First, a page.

Chicken Dance Day is a special day that falls on May 14 and is dedicated to the fun, childish, silly and popular dance - Chicken Dance.
The Chicken dance also known as the Bird Song, the Birdie Song, the Bird Dance or the Chicken Song, makes people happy all over the world. It is danced at family events, at school and kindergarten events and can also be done at home with the children.
Want to see how the birds dance? Here is a video demo:
A little about the history of Chicken dance:
The melody of the dance was composed in 1950 by Werner Thomas, a Swiss accordion player from Debus.
Thomas called the song "Der Ententanz" (The Duck Dance). In the 1960s, Thomas would play the song in various restaurants and hotels, until at one of his performances, he was heard by a Belgian producer named Louis van Rymenant. Van Rymenant wrote a song for the melody and began distributing it to the public in 1970, but with almost no success.
In 1977 a Dutch band called "De Electronica's" created an instrumental version of the song and overnight the duck dance became a hit and a very successful international song.
From the moment the song was published, many "bird" names were added to it: the dance of the birds, the dance of the chick, the dance of the chickens, etc. The song has been recorded in more than 140 versions, all over the world, including one by Walt Disney, and has sold more than 40 million copies.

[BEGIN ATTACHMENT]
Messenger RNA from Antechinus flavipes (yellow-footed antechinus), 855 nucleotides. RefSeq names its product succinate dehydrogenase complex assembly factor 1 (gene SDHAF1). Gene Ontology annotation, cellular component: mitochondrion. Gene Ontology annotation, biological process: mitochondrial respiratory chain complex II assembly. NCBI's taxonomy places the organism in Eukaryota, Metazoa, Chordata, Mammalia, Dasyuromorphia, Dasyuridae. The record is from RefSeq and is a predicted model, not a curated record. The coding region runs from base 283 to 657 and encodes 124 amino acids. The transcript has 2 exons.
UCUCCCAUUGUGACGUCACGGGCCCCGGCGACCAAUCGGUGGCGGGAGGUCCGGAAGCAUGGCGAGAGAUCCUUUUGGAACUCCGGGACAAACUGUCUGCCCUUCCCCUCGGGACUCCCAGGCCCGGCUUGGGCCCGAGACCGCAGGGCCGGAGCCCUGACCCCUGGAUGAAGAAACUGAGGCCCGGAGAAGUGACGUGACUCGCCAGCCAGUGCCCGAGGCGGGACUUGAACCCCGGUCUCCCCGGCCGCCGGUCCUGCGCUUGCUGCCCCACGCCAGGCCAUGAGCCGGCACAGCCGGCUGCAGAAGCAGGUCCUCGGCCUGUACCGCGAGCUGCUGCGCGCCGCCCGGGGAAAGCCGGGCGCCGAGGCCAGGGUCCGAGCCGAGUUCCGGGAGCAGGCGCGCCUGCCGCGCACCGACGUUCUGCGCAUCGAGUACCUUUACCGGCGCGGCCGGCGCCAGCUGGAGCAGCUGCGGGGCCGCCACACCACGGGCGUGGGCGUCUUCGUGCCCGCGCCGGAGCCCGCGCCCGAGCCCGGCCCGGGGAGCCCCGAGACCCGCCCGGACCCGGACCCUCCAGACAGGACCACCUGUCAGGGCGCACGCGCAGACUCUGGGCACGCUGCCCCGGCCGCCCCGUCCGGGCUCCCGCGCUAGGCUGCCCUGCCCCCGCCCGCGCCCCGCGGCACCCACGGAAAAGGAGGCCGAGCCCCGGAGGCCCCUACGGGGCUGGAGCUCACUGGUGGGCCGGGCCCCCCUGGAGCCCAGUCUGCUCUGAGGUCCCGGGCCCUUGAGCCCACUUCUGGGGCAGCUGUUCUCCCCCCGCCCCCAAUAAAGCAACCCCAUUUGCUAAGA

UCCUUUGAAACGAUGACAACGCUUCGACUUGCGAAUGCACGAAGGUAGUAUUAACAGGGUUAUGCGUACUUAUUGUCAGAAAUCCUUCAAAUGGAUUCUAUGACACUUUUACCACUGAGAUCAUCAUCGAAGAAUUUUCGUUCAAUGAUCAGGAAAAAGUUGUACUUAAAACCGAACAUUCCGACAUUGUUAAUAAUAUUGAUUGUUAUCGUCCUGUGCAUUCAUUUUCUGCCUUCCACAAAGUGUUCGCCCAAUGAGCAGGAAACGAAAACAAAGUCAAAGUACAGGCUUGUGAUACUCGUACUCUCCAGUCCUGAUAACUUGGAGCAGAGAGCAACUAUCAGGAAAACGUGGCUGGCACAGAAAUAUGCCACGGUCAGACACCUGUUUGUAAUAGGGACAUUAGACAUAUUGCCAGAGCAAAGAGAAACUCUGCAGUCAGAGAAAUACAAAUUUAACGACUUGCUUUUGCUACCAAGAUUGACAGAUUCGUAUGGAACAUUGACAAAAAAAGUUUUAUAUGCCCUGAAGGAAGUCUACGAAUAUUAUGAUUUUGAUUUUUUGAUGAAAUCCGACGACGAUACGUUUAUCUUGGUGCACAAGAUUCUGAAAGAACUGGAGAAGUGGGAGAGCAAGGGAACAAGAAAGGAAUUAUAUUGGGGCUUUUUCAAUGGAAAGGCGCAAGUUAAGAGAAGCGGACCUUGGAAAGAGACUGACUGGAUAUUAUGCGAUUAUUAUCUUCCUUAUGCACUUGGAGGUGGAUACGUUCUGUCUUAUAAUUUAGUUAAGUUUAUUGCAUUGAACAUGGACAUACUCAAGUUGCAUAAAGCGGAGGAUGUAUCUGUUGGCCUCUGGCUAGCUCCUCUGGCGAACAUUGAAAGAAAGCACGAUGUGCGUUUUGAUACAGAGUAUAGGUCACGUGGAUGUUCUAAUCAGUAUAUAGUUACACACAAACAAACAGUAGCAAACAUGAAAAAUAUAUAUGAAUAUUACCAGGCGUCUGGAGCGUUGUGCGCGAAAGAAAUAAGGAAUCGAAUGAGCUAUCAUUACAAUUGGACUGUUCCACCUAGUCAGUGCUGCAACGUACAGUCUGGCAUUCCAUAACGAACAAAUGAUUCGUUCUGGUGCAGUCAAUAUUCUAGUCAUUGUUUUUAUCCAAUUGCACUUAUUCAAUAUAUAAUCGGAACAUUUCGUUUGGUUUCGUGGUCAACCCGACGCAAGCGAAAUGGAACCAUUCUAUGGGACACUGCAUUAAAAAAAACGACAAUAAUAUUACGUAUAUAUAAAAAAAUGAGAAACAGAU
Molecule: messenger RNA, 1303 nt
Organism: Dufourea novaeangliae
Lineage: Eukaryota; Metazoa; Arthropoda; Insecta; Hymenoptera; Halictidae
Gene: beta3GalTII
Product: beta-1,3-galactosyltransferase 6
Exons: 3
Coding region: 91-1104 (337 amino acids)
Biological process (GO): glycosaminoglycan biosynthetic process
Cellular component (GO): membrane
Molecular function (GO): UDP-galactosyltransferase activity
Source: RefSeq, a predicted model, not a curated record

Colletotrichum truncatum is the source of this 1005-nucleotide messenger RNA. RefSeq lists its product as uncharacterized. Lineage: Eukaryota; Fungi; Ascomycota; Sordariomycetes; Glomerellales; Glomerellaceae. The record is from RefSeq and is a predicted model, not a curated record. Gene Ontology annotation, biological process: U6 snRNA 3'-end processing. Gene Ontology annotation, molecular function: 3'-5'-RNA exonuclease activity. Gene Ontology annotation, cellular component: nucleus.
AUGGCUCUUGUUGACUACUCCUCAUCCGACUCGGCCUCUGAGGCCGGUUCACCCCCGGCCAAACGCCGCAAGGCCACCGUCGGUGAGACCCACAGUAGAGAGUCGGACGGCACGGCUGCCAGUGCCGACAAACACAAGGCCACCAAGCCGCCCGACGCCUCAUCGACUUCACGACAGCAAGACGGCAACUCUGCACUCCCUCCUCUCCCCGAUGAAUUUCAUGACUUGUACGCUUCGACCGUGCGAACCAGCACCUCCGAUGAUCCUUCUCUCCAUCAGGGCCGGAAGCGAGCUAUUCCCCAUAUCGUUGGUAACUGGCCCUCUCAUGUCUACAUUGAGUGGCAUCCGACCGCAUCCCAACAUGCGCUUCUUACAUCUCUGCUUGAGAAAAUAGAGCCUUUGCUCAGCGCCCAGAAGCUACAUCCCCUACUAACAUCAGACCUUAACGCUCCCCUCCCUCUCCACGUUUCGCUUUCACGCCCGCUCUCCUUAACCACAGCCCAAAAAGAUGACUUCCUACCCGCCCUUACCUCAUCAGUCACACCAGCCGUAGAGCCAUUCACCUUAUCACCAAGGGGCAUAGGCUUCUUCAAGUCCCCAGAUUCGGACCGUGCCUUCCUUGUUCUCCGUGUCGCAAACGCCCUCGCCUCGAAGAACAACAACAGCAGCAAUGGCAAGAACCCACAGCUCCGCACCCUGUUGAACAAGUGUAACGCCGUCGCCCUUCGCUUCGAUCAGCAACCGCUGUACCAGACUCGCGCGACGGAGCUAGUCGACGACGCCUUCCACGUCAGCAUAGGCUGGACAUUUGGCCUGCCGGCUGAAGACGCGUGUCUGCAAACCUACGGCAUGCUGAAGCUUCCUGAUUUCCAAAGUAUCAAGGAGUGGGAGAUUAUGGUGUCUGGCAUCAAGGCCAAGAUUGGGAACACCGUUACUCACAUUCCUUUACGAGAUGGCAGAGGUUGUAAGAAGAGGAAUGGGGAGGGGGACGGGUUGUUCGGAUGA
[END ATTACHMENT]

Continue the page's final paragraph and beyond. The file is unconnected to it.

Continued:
On September 20, 2004, rock musician Vince Neil, of the Motley Crue Band, organized the largest bird dance in the world at the Oktoberfest in Cincinnati, Ohio.
On November 13, 2009, a support event was organized for a children's hospital in Eastern Ontario, Canada, in which 389 people bought a ticket for $ 100 to dance for 3 hours in a row.
On April 23, 2010, the world's largest bird dance record was broken, held in downtown Byron, Michigan at the Jake's restaurant, as a fundraising event for Helen Debus Children's Hospital. By the way, in the entrance of Jake's restaurant there is a huge plastic chicken statue.
In honor of U.S. Independence Day in 2010, on July 4, tens of thousands of people in North Dakota danced the bird dance at a street festival and set a new world record.
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